Im­mense comedic tal­ent in­spired gen­er­a­tions of writ­ers

The Irish Times - - Obituaries - Carl Reiner

Born: March 20th, 1922 Died: June 29th, 2020

The screen­writer, ac­tor and di­rec­tor Carl Reiner, who has died aged 98, was a man of re­mark­able tal­ent and en­ergy. He was one of the key fig­ures in US TV com­edy dur­ing the 1950s and 1960s and be­gan his ca­reer as a writer and per­former on the com­edy se­ries Your Show of Shows, which starred Sid Cae­sar and Imo­gene Coca, be­fore mov­ing on to cre­ate The Dick Van Dyke Show.

Reiner in­sisted that The Dick Van Dyke Show was “hands down” the thing he was most proud of in his ca­reer. Not be­cause of its 15 Emmy awards but be­cause it in­spired gen­er­a­tions of com­edy writ­ers. “When I wrote the show,” Reiner said, “I knew the one thing that was ab­so­lutely nec­es­sary was to not use slang of the day. Be­cause I knew this would have last­ing value.”

His work as a writer and di­rec­tor was en­hanced by per­for­mances from gifted comic ac­tors in­clud­ing Steve Mar­tin, with whom he made four films in five years. The Jerk (1979) had Mar­tin as the adopted white son of poor black share­crop­pers, who makes it big as an in­ven­tor, only to be sued by a di­rec­tor (played by Reiner) who has be­come cross-eyed thanks to one of Mar­tin’s in­ven­tions. Its daft rags-to-riches-to-rags plot was a great ve­hi­cle for Mar­tin’s ab­surd, phys­i­cal style of com­edy.

So too was Dead Men Don’t Wear Plaid (1982), which gave the im­pres­sion, thanks to a clever tech­nique of in­ter­cut­ting film noir ex­cerpts from the 1940s, that the pri­vate eye played by Mar­tin was in­ter­act­ing with stars in­clud­ing Bette Davis, Humphrey Bog­art, James Cag­ney and Bar­bara Stan­wyck. The ter­mi­nally silly, but hi­lar­i­ous, The Man With Two Brains (1983) had Mar­tin as Dr Hfuhruhurr, who falls in love with some pick­led grey mat­ter. In All of Me (1984) Mar­tin de­liv­ered a tour-de-force per­for­mance as Roger Cobb, half of whose body is taken over by the spirit of a de­ceased mil­lion­airess (Lily Tom­lin).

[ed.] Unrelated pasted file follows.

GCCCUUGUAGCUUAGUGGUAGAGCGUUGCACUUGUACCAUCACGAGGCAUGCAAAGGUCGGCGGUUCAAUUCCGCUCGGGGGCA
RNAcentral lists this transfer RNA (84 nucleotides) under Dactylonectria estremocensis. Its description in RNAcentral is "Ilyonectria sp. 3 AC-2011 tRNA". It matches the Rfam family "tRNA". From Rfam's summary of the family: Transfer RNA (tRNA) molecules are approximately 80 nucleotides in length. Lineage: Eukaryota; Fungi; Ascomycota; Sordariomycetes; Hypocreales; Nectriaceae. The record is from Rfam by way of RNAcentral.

As was the case with his col­league and close friend Mel Brooks, Reiner had a fa­cil­ity for an­ar­chic, ab­surd com­edy, laced with New York Jewish hu­mour. He was born in the Bronx, to Jewish im­mi­grants. His mother, Bessie (née Mathias), was from Ro­ma­nia and his fa­ther, Irv­ing, was a watch­maker from Aus­tria. At first, Carl as­pired to be a base­ball player or opera singer, but, aged 16, while work­ing as a ma­chin­ist re­pair­ing sew­ing ma­chines, he turned to study­ing act­ing at the WPA (Works Progress Ad­min­is­tra­tion) Dra­matic Work­shop.

Wartime ef­fort

After the sec­ond World War broke out, Reiner was drafted into the army, even­tu­ally achiev­ing the rank of cor­po­ral. He trained as a French in­ter­preter, and helped en­ter­tain the troops for two years, be­fore be­ing hon­ourably dis­charged in 1946.

The fol­low­ing year, he landed a lead­ing role in the tour­ing mu­si­cal revue Call Me Mis­ter, fol­lowed by roles in two re­vues on Broad­way, In­side USA (1948) and Alive and Kick­ing (1950).